Published: Fri, August 24, 2018
Research | By Clarence Powell

Coal Stocks Could Lose Steam Despite Trump’s Rules Rollback

Coal Stocks Could Lose Steam Despite Trump’s Rules Rollback

The EPA Tuesday morning formally unveiled the details of its new plan to devolve regulation of coal-fired power plants back to the states, one that is expected to give a boost to the coal industry and increase carbon emissions nationwide.

Alana Austin, of the Gray D.C. Bureau, interviews the head of the Environmental Protection Agency, also known as the EPA, about the new standards for states. The EPA says should all states adopt these new efficiencies - it's unlikely all will - emissions will go down by around 1% by 2030.

The move would dismantle a signature piece of President Barack Obama's efforts to address climate change.

Clarification: This story has been clarified to reflect that Rocky Mountain Power would keep coal plants online longer if it fits into their long-term plans and state regulators permit it.

Trump will tout his new proposals Tuesday night in West Virginia, where Republicans are vying to wrench a hotly contested Senate seat from Democrat Sen.

The Trump administration on Tuesday moved to prop up the declining coal industry with an overhaul of Obama-era pollution rules, acknowledging that the increased emissions from aging coal-fired plants could kill hundreds more people annually and cost the country billions of dollars. American utilities would save roughly $400 million a year under the new rule.

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The EPA said price of electricity is expected to drop by a half a percent at the most by 2025 under the new rule.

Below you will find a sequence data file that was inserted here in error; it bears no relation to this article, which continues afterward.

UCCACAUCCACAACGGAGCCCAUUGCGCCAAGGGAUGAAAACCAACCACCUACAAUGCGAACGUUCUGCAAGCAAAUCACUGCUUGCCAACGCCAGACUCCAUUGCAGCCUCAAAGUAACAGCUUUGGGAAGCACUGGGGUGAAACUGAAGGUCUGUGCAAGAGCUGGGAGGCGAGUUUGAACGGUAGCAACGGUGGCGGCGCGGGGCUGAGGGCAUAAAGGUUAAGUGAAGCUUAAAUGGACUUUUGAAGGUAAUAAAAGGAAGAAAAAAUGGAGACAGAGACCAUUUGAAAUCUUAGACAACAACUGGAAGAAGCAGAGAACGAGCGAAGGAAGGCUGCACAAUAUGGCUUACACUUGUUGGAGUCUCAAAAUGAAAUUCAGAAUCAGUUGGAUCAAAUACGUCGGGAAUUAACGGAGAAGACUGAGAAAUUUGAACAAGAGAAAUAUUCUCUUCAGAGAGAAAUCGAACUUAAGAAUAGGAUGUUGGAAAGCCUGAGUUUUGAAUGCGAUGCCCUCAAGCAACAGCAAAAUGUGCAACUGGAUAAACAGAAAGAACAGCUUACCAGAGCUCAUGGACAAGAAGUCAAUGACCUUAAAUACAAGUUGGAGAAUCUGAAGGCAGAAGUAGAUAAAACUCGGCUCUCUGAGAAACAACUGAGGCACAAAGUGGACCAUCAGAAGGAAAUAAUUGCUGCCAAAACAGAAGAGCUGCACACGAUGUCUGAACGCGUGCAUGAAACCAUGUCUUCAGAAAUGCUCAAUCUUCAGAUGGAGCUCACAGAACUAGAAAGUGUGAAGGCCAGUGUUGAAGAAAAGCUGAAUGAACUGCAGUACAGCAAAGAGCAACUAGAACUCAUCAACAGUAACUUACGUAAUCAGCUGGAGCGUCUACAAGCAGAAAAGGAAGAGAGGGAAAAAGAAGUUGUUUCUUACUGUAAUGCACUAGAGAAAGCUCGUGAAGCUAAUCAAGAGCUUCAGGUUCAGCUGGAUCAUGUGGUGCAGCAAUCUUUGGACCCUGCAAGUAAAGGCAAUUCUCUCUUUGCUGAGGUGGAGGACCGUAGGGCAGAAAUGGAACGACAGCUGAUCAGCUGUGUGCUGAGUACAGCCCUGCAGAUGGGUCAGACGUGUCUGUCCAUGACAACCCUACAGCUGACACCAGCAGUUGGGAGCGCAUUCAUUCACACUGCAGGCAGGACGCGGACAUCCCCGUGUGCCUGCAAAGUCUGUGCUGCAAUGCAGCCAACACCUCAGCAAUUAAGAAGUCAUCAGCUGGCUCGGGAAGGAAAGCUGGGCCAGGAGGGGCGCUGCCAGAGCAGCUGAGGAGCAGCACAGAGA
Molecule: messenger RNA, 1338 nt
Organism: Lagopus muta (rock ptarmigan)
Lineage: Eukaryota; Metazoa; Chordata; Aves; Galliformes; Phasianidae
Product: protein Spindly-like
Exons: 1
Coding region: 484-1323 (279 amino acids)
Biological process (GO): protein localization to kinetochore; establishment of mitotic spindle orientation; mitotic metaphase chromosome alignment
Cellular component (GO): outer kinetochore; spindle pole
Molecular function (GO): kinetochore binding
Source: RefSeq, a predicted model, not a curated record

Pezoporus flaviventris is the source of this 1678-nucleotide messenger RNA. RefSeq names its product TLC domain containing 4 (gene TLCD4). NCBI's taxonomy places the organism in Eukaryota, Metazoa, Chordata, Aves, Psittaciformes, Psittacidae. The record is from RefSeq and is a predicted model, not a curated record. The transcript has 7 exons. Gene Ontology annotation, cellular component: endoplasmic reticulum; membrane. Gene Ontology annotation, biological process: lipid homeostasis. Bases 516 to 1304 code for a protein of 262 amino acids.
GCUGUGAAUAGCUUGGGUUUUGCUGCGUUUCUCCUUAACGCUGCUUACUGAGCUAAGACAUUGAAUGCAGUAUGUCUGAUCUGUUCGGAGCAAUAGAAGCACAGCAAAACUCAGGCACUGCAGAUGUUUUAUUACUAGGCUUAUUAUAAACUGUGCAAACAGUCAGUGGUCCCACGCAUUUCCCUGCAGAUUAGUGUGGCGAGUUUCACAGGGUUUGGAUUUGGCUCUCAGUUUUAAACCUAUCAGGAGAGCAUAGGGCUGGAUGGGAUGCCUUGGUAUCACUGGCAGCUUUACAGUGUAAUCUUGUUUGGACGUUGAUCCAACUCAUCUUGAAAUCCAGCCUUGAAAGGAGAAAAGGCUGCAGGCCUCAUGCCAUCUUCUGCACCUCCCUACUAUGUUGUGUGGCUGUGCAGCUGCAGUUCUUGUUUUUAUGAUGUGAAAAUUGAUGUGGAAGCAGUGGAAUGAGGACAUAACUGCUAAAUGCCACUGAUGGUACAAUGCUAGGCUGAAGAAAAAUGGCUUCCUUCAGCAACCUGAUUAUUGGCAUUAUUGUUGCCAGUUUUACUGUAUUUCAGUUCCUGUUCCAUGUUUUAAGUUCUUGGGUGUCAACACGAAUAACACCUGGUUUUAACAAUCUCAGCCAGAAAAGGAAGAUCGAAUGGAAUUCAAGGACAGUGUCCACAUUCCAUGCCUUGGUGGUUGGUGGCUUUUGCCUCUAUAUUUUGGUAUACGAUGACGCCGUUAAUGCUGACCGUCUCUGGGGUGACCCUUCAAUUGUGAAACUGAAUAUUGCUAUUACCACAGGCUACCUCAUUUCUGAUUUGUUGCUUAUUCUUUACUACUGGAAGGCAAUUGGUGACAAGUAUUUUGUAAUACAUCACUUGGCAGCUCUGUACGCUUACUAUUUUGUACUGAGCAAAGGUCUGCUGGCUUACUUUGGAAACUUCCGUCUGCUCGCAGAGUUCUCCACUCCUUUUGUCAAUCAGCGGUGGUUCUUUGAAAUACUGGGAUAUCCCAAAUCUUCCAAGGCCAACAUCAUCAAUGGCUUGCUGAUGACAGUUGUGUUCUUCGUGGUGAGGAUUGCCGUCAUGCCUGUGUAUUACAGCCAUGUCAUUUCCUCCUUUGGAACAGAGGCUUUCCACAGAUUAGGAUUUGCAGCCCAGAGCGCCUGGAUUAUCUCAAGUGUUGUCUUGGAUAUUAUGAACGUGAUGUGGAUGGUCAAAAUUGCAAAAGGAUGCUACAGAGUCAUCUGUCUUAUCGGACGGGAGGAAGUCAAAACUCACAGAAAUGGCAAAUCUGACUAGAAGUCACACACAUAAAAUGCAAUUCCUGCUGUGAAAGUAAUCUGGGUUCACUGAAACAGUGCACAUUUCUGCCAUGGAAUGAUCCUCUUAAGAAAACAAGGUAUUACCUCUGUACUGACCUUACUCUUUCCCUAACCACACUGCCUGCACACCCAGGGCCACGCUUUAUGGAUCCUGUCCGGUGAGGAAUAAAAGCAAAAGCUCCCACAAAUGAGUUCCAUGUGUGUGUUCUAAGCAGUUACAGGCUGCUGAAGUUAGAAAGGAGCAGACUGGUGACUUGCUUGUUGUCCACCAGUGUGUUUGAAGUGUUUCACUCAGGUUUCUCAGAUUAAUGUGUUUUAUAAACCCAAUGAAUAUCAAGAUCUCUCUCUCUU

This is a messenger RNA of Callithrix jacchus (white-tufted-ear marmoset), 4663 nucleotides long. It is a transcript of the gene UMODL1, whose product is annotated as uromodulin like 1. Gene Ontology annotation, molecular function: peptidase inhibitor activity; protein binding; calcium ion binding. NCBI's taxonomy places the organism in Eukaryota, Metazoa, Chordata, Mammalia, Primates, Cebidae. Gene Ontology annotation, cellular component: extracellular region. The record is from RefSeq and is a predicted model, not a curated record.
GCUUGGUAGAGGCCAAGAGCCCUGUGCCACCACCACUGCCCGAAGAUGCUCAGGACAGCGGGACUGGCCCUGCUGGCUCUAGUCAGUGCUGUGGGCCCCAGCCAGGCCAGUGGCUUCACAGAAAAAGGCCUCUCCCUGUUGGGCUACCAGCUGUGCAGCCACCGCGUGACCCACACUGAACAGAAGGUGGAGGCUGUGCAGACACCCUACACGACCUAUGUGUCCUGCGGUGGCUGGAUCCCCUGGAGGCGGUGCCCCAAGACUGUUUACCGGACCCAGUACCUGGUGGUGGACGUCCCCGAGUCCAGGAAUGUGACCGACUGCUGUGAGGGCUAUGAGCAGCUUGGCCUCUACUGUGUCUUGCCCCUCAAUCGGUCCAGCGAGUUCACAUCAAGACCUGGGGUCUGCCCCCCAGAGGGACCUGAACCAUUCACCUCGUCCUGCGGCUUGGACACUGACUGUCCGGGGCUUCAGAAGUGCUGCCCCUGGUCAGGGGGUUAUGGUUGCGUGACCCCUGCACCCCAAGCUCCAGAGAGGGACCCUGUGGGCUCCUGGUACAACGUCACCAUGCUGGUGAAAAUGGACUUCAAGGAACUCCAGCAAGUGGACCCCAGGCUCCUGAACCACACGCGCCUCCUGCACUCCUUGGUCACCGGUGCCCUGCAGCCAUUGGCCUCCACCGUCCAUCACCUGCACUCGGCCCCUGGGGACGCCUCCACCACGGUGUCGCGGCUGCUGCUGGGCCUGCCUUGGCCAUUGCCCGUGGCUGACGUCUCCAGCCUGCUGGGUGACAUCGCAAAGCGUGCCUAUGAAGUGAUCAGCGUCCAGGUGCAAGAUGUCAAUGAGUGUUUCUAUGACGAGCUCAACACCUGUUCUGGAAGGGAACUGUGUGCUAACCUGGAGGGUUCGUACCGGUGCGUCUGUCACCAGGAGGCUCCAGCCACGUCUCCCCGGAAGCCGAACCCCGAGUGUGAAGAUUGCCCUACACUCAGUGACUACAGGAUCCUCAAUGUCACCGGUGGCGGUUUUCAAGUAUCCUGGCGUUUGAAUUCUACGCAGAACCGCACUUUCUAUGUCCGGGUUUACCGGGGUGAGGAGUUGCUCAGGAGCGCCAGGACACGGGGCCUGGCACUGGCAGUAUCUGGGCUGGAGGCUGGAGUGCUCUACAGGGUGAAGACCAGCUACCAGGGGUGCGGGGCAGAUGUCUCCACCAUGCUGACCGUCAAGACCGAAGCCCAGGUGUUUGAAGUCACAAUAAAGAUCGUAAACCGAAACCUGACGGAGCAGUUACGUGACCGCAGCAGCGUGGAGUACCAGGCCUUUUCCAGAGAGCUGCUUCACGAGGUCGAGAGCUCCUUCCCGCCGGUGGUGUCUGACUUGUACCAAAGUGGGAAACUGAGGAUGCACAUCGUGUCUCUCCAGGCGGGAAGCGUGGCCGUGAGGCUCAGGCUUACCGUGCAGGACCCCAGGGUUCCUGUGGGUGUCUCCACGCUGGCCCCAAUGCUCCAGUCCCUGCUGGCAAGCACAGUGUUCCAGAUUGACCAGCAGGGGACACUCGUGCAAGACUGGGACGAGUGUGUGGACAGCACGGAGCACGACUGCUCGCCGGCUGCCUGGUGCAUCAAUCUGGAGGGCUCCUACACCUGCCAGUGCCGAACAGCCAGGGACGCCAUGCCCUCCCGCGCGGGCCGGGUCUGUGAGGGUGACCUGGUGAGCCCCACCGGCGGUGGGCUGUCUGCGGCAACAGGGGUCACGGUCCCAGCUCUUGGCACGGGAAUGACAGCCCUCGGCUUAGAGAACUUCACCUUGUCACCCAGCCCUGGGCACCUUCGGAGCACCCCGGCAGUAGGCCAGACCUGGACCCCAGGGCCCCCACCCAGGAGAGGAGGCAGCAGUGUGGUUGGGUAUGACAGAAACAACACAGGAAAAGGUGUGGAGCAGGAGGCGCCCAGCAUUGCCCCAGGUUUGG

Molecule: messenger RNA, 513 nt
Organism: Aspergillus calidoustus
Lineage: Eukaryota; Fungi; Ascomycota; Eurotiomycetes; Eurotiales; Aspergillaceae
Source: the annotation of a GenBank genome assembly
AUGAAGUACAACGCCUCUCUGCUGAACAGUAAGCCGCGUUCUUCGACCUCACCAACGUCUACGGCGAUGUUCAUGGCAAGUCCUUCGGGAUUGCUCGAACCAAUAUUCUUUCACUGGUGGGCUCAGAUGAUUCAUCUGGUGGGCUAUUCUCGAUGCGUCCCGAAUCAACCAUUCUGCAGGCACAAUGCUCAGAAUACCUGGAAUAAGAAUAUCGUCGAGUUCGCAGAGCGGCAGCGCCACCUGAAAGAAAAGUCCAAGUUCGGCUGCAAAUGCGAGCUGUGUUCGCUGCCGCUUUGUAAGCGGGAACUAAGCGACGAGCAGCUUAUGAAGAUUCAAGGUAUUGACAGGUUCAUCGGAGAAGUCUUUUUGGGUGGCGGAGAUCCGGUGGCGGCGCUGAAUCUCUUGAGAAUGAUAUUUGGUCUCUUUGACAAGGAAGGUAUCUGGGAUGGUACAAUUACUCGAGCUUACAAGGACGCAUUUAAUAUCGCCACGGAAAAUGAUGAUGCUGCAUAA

"The plan calls for only modest efficiency improvements at individual power plants, which will barely make a dent in cutting heat-trapping emissions from the electricity sector, and could even, under some circumstances, lead to increased emissions depending on how much the plants are run", said Ken Kimmell, president of the Union of Concerned Scientists. "The administration is skating on very thin ice with this proposal", Revesz said.

After all, she says that the market largely drove coal's decline, not environmental laws.

The EPA said its Affordable Clean Energy rule "empowers states, promotes energy independence and facilitates economic growth and job creation".

Conrad Schneider, advocacy director of the Clean Air Task Force, said the plan shows the Trump administration "cares more about extending the lives of coal plants than the American people". The measure set emissions reduction standards on a state-by-state basis and allowed state officials to come up where their own plans to meet the federally defined goal with most states doing so by moving from coal to natural gas. Jerry Brown. Meanwhile, a dozen states that support Obama-era regulations vow to file court challenges to the changes. About 93% of the coal produced in the used in power plants. "It's a win for America", he said. The EPA called the Obama rules "overly prescriptive and burdensome". He said the coal industry is working on technology to capture carbon dioxide, a main driver of climate change, but it's not yet commercially viable.

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